• FIG. 20 is a series of drawings of graphical objects having alternative shapes 3 nnn. Alternative shapes for graphical objects include polygons, icons, and so on. It will be appreciated that some shapes or icons are more easily recognized as buttons than other shapes or icons. For example, graphical object 3001 appears to be a button to depress. It will also be appreciated that nearly any graphical object may be used. For example, graphical object 3011 is a drawing of a shopping cart, graphical object 3013 is a paper scroll, and graphical object 3014 is a drawing of a house. Hence, a graphical object representing the promoted object 310 a may be suitable. With reference to FIGS. 5A through 5F, graphical object 3013 representing a contract or agreement for goods, service, or real property. With, reference to FIGS. 6A through 6F, graphical object 3014 representing a house or real property.
  • The invention may be practiced on any computer or electronic device capable any manner or form of visual display. All types of computers, computer systems, and computer networks having the capability of a visual display can generally be programmed to operate computer games and interactive programs. Even those without capability of visual display can be programmed to operate a variety of computer games or interactive programs. In addition, many electronic devices can be programmed to operate a computer game or interactive program:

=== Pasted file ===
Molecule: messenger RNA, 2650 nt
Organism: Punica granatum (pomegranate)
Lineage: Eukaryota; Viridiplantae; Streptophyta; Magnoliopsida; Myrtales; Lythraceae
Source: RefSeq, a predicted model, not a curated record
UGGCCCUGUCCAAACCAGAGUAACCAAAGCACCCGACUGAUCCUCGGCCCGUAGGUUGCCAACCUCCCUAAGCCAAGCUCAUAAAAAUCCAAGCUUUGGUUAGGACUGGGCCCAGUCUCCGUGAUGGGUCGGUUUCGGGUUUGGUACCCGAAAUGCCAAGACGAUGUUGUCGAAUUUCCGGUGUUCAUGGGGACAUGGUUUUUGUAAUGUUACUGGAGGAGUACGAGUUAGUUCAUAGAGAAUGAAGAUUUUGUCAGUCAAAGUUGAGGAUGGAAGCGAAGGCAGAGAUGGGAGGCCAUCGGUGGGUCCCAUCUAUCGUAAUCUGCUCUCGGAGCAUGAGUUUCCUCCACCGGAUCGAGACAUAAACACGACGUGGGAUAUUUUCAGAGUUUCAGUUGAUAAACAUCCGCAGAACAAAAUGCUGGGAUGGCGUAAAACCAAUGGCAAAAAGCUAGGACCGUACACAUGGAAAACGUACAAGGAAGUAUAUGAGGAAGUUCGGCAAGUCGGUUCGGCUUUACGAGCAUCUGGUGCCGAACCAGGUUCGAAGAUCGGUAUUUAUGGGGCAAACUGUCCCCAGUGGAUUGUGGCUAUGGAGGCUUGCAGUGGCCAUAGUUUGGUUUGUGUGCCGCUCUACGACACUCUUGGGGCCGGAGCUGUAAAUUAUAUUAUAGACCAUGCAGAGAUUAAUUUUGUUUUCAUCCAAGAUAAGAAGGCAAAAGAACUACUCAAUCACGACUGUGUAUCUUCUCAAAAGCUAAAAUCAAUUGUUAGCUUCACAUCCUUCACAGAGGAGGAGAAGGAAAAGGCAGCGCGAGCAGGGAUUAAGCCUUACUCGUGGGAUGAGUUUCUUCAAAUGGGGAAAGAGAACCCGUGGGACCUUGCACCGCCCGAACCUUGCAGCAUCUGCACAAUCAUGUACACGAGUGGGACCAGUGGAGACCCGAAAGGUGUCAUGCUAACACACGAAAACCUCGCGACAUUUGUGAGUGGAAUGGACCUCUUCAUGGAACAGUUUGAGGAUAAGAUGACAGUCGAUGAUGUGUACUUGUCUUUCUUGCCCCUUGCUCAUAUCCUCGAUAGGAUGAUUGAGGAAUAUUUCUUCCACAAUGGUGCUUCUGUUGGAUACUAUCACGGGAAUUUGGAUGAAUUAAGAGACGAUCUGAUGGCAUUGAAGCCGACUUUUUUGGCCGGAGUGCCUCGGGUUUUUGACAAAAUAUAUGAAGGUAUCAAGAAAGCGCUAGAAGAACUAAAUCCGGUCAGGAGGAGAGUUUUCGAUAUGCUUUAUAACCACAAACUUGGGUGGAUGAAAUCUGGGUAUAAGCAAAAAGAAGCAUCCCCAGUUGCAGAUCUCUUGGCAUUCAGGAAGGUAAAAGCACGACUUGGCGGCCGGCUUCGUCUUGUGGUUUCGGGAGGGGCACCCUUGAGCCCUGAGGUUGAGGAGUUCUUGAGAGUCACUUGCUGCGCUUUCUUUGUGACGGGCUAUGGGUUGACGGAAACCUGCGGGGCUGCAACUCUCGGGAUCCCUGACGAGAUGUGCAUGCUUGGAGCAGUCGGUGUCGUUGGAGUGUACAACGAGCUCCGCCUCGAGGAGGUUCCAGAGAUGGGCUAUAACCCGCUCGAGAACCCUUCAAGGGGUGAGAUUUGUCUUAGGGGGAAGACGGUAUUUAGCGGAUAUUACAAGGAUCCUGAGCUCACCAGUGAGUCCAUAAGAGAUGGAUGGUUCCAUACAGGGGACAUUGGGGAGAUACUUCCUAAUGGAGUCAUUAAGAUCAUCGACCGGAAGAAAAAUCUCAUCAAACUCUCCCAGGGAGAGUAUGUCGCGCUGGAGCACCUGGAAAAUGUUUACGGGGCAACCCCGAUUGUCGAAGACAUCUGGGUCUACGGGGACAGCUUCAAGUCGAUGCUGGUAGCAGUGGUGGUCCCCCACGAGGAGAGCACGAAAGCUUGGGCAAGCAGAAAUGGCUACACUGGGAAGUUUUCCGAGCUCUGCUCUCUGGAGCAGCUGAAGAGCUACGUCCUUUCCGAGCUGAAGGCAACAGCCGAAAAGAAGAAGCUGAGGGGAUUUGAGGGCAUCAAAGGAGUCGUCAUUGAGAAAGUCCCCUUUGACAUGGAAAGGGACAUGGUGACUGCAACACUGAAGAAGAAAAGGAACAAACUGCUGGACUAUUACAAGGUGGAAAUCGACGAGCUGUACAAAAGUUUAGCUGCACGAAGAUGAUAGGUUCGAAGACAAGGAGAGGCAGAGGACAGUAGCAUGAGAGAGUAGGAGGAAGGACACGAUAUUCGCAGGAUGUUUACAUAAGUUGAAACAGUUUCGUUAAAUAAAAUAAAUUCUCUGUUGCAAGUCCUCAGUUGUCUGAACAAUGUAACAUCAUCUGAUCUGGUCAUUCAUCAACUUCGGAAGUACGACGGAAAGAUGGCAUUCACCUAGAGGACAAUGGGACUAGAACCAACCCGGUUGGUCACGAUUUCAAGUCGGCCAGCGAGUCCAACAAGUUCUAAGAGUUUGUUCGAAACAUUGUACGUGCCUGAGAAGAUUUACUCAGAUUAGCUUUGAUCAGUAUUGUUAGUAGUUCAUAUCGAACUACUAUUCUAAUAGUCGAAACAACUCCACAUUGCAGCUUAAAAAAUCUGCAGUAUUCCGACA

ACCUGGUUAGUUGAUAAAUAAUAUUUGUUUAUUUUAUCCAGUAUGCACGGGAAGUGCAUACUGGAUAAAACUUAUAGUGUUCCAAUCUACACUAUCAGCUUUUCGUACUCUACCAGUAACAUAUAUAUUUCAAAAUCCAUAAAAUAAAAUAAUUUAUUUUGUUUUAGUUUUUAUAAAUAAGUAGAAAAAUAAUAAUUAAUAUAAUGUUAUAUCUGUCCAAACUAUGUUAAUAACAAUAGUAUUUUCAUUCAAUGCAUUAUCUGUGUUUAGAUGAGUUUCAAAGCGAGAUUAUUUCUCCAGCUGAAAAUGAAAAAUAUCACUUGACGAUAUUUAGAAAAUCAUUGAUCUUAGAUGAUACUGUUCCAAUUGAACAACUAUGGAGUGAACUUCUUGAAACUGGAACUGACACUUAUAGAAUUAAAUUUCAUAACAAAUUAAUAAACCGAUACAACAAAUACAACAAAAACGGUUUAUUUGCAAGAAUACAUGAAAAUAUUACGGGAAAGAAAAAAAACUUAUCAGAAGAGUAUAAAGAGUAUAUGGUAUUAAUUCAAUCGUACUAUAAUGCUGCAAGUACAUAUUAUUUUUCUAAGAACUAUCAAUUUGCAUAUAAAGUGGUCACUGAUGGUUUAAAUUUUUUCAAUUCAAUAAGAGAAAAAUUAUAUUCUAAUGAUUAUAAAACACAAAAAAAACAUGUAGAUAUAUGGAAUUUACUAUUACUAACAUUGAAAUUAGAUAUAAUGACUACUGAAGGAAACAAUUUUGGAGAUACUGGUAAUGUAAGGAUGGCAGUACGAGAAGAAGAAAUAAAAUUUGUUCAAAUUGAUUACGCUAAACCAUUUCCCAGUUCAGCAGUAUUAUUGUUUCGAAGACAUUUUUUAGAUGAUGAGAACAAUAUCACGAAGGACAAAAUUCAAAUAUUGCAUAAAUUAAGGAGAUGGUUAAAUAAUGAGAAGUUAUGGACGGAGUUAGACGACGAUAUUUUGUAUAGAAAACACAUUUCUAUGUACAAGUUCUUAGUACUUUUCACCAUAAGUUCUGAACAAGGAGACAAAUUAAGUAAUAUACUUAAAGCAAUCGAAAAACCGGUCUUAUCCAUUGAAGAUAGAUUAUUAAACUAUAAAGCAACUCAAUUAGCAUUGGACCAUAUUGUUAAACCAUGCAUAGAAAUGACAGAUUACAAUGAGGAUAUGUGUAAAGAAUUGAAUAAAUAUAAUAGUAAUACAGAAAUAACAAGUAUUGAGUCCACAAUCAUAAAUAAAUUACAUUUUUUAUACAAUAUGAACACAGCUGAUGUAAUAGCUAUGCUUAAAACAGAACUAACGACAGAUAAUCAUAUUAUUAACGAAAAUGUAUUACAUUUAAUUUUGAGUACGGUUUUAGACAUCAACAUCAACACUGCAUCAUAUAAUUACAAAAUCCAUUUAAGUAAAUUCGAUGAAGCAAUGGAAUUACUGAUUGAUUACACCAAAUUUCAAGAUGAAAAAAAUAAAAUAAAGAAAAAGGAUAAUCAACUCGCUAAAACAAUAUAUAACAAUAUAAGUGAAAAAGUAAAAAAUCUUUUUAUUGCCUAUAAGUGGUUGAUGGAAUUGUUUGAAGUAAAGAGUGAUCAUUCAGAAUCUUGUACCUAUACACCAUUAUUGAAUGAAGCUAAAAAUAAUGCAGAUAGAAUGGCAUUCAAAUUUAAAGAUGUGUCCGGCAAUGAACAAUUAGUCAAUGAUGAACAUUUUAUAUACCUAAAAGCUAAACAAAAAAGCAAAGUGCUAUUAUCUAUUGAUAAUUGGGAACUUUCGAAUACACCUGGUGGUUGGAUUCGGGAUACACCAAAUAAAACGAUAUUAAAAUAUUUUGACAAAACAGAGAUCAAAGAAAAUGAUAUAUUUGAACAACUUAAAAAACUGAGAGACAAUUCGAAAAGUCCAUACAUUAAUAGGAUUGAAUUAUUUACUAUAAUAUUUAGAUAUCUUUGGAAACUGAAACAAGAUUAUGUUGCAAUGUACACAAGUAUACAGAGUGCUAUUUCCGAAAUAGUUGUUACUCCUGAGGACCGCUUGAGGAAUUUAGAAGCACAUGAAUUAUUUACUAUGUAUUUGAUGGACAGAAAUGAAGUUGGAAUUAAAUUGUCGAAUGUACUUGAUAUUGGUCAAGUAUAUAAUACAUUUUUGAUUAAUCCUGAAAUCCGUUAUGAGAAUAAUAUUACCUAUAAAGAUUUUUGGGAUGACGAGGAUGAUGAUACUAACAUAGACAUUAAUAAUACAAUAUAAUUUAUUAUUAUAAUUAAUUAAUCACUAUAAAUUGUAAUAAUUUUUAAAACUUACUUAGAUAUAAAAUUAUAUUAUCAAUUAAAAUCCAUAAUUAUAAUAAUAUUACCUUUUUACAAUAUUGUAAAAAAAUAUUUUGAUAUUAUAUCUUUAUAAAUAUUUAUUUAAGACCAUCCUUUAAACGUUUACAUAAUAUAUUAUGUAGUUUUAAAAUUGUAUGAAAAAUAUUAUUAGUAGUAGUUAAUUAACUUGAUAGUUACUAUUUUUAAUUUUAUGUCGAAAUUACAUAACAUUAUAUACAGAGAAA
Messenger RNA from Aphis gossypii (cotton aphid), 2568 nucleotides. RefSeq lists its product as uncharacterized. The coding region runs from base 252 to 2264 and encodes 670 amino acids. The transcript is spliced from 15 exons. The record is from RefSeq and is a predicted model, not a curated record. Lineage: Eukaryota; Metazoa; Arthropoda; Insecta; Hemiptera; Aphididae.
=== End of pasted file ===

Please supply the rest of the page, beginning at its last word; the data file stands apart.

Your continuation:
• Computers and electronic devices may include any type of computer and computer system such as personal computers, laptop computers, notebook computers, handheld computers, arcade game machines, handheld games, video game systems, video game consoles, video game boxes, personal digital assistants, mobile computing devices, cable boxes, telephones, telecomputing devices, and telecommunication devices. Computer networks may include all types of networks such as local area networks (LANs), wide area networks (WANs), private virtual networks, peer-to-peer, world wide web (WWW), intranets, extranets, and the interne. One embodiment includes a game console of the type manufactured by Sony Electronics Corp. or Microsoft Corp. Another embodiment includes cable box of the type made by webTV. Still another embodiment includes a personal computer of the type manufactured by Dell Computers. Still yet another embodiment includes handheld computer or personal digital assistant. The computer processor may be a single integrated circuit or comprise multiple integrated circuits having different functions i.e. central processing unit (CPU), input-output (I/O) processing, video processing, sound processing, and so on. The display may be any type of display or projection system such as oscilloscope, vector tube, cathode ray tube (CRT), liquid crystal display (LCD), and any flat panel display, TFT, etc.